Rumi’s greatest work, the Masnavi has more than two thousand references to the Qur’an. It is a volume of work that is deeply attached to it & is often referred to as the poetic Commentary of the Qur’an.
So when working on the Sufi Comics – Rumi book, we included references to the verses of the Qur’an on the same theme as the poem. This would allow the reader to discover a more authentic meaning to the poem.
These days the lettering in a book is almost always done using computer fonts. But we didn’t want to use Arabic fonts to present the verses.
So we asked Muqtar Ahmed, to inscribe the verses of the Qur’an & sayings from the Islamic traditions for the book. He’s the only calligrapher in India to have received a third level Diploma (equal to a masters degree) from Istanbul based Research Centre for Islamic History, Art and Culture.
It’s a treat just to watch him write. As his reed stick touches the paper, the divine words appear in it’s most beautiful forms.
Have a look at the photographs & video clips I took of him inscribing calligraphy for the book.
You look at it with pride.
Your first car.
A shiny, new Renault Duster.
You love everything about it. The shimmering silver colour. The smell of newness. Even the lights inside seem special.
You take your car out on your first drive. You cruise down the neighbourhood. A big smile on your face. Life is sooo good. But, all of a sudden you hear the sound of friction against the side of your new car.
OMG! Your new car just got horribly scratched.
Before you can stop the driver of the other car, it zooms away.
You feel wrecked inside. Almost violated.
How could this have happened?
You’re depressed the whole day. Instead of celebrating your new car, you feel rage. How could that person scratch your new car?
You think to yourself, “Why me? Why is the world against me?”
Have you ever felt like this? (more…)
Raise your words, not your voice. It is rain that grows flowers, not thunder.
You may have come across Rumi’s quotes like the one above.
Perhaps in books. Or quite likely on your Facebook feed, Twitter account or on Buzz feed.
If you enjoy poetry you might have even read some of his poems.
Rumi was a 13th Century poet who lived in different parts of the Persian Empire which included present day Afghanistan, Iran & Turkey. He was a mystic, a philosopher and top Islamic Scholar of his time.
But he’s most popularly known for his timeless Poetry that sprang from his yearning for the Divine.
What is astonishing is that he’s the best selling poet in America. Even outselling giants of English literature like Shakespeare.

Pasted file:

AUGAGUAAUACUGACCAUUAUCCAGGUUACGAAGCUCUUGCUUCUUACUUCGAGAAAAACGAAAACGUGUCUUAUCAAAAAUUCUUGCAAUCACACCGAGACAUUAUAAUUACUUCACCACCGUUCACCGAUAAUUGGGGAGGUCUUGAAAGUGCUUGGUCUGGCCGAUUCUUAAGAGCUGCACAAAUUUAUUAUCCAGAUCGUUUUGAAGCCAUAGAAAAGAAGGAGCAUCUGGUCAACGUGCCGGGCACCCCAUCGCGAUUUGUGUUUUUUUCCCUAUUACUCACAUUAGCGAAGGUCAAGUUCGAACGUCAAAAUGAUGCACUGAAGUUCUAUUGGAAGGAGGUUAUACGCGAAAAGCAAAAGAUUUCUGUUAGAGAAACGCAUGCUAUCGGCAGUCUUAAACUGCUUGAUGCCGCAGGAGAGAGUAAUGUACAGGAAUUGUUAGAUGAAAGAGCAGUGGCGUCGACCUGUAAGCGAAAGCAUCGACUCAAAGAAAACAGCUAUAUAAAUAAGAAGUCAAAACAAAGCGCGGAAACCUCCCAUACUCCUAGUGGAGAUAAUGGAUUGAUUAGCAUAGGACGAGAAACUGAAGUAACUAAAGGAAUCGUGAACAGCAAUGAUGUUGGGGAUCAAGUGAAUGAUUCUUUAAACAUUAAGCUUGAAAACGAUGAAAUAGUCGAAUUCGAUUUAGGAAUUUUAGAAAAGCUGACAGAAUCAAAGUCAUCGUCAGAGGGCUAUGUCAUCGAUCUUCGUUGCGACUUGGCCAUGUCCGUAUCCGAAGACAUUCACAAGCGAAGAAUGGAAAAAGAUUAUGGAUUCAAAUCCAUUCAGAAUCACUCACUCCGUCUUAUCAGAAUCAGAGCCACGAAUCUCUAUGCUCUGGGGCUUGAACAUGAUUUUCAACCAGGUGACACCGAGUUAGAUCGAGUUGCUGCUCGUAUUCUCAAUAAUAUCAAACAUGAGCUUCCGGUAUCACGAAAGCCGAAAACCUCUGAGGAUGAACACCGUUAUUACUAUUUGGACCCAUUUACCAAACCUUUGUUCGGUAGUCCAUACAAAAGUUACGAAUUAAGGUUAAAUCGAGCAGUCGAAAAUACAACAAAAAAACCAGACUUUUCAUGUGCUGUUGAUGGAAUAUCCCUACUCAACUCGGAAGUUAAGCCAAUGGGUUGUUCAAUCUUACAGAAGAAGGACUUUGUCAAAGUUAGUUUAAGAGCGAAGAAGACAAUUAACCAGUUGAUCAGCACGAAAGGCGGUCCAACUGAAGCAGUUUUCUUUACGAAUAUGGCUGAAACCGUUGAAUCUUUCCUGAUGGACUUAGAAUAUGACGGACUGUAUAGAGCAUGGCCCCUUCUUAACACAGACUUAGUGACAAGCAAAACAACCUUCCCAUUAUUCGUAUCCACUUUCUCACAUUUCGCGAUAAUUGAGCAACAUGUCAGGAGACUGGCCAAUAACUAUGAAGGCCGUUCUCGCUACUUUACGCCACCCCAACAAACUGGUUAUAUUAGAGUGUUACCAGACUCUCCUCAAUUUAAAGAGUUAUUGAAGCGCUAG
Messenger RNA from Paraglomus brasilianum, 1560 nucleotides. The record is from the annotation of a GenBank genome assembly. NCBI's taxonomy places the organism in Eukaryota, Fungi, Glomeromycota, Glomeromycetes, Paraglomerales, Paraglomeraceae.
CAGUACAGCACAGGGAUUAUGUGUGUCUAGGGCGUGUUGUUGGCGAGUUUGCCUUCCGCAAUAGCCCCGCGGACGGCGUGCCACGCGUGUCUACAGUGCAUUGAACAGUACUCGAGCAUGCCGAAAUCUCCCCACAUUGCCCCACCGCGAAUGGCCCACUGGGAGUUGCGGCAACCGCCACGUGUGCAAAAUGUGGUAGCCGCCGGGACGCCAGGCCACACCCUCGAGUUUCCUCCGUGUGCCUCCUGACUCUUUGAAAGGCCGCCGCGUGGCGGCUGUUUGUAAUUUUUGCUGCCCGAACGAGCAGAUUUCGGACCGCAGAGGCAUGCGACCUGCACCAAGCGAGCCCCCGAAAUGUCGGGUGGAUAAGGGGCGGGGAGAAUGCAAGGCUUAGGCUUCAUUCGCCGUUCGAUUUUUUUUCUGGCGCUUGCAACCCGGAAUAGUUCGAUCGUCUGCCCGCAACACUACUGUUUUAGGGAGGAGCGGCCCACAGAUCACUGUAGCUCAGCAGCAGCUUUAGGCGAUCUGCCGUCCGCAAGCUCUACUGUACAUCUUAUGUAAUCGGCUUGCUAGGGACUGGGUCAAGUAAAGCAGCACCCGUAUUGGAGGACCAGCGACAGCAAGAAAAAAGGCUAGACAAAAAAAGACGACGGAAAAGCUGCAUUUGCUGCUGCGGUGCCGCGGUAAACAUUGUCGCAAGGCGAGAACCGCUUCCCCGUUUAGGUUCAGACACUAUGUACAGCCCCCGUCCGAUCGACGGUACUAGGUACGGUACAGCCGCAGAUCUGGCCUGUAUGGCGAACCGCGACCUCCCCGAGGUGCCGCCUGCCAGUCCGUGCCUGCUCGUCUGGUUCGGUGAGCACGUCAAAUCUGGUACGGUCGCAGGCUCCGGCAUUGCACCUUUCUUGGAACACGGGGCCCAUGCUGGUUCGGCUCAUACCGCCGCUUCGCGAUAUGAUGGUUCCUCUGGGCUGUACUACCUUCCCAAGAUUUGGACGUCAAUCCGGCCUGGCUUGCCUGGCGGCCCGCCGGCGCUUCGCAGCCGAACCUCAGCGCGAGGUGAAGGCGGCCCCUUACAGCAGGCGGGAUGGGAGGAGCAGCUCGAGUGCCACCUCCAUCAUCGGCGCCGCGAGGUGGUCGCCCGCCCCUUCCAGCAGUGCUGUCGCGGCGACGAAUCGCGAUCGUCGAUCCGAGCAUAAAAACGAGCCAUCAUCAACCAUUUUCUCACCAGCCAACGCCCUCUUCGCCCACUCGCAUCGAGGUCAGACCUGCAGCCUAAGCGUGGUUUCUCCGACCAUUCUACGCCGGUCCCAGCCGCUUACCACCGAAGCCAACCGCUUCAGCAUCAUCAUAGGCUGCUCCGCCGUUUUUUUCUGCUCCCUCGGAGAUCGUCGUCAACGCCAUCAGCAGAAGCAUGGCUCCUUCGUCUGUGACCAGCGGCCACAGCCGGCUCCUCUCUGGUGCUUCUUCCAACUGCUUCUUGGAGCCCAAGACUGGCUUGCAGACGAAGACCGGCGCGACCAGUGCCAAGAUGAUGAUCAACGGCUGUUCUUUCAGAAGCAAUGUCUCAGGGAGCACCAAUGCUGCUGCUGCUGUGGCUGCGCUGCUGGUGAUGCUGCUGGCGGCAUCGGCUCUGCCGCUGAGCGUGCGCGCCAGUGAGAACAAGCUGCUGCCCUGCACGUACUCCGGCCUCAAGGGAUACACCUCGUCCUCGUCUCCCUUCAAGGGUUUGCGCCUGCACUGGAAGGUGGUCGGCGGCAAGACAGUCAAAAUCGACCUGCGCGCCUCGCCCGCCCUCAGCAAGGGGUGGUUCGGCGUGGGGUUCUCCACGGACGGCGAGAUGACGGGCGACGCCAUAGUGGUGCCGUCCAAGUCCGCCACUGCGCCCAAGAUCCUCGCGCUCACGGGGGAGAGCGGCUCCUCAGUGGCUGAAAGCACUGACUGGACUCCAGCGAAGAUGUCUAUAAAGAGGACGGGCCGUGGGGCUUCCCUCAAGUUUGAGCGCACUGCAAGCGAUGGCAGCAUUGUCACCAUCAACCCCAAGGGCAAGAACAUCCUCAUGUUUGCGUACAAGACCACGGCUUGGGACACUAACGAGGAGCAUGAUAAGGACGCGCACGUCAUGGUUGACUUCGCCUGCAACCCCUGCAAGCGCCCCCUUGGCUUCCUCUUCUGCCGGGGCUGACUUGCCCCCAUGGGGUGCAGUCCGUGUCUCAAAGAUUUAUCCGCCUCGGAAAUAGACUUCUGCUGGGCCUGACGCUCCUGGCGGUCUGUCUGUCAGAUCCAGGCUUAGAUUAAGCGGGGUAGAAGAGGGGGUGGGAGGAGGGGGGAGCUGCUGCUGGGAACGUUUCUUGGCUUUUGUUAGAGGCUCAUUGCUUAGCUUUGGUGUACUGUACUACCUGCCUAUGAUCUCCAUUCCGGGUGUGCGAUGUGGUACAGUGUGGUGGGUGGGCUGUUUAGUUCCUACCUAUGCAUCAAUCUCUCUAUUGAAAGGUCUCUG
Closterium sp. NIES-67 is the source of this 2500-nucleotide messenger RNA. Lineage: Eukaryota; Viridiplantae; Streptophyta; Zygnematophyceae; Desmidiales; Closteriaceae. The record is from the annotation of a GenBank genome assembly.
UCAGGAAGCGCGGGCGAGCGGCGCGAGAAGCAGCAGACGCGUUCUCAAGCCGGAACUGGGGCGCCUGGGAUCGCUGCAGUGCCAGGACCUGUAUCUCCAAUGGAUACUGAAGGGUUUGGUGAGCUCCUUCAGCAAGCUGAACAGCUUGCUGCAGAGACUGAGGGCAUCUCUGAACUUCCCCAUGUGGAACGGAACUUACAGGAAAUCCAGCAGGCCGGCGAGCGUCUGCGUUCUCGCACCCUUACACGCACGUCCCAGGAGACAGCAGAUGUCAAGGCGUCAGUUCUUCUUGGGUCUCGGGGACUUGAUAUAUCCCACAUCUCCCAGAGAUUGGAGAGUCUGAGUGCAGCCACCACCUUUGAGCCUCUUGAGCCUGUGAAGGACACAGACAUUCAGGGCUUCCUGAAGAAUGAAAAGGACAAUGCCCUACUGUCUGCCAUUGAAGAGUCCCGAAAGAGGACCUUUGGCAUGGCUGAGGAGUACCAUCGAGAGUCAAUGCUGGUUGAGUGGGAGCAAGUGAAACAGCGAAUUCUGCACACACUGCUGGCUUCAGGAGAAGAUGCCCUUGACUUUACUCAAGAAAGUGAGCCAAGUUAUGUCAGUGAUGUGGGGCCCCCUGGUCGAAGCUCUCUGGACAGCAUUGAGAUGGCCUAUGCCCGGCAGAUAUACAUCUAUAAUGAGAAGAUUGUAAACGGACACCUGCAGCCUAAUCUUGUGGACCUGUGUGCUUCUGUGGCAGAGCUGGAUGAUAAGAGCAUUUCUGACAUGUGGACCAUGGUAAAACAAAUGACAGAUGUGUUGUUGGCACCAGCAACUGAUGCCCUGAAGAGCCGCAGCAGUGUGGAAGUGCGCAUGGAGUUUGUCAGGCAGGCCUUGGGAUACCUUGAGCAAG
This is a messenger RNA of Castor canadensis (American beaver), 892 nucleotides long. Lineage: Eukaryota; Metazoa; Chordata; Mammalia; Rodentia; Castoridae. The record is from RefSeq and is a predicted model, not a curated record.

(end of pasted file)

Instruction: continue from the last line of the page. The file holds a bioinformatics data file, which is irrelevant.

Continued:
How is it that the works of a 13th Century Persian Poet becomes one of the most widely read in the Western world?
What is it about Rumi, that makes him so popular?
While working on our upcoming book Sufi Comics Rumi, we researched more about this great mystic.
This led us to these 5 reasons why Rumi is so popular.
Here they are:
So far in our behind the scenes journey you’ve viewed snippets of the final pages, met multi-faceted researcher and member of the team Tanzil Rahman, and explored the process of selecting and illustrating the comics. What to explore now?
Yes the wait is over. It is time now to reveal to you the illustration of the cover page!
For this I delve into the creative mind of Rahil Mohsin to uncover the inspiration, symbolism and process behind the design of the cover page. I ask Rahil to share some of his artistic imagination and talent with us by revealing the illustration, the process of creating it, and the inspiration behind it.
As always, the posts would not be complete without the sneak peeks just for you – so scroll down and enjoy as Rahil reveals all this: what, how and why?
What is the process of creating the illustration? Can you share with us the rough/draft sketches?
Much to the chagrin of a lot of people I know, I am a purist. Most of my artworks, including the ones I’d done for Wise Fool of Baghdad and more recently, Rumi, are done by hand. Which means, the process of making an artwork is slower compared to work on a digital software (with all its fancy tools). That, and a mild doze of OCD. The processes I am talking about are the penciling and the inking stages (inside the book). Ali Bhai and Gaffur bhai bring life into the otherwise mundane and achromatic artwork by adding colours to them.
While I’ve vehemently professed my love to the process that gets my hands stained with graphite and blackened by ink, there are
however a few shortcomings when these hand-made art works are printed.
Even if a small part of the said artwork is neglected (inspite of the OCD) and printed right away, the flaw, however small will stand out and ruin the artwork. I did not want to take such a huge risk while designing the cover page.
I initially made a rough sketch of what I’d in my mind on a sheet of paper. Given below is a scanned copy of the sketch.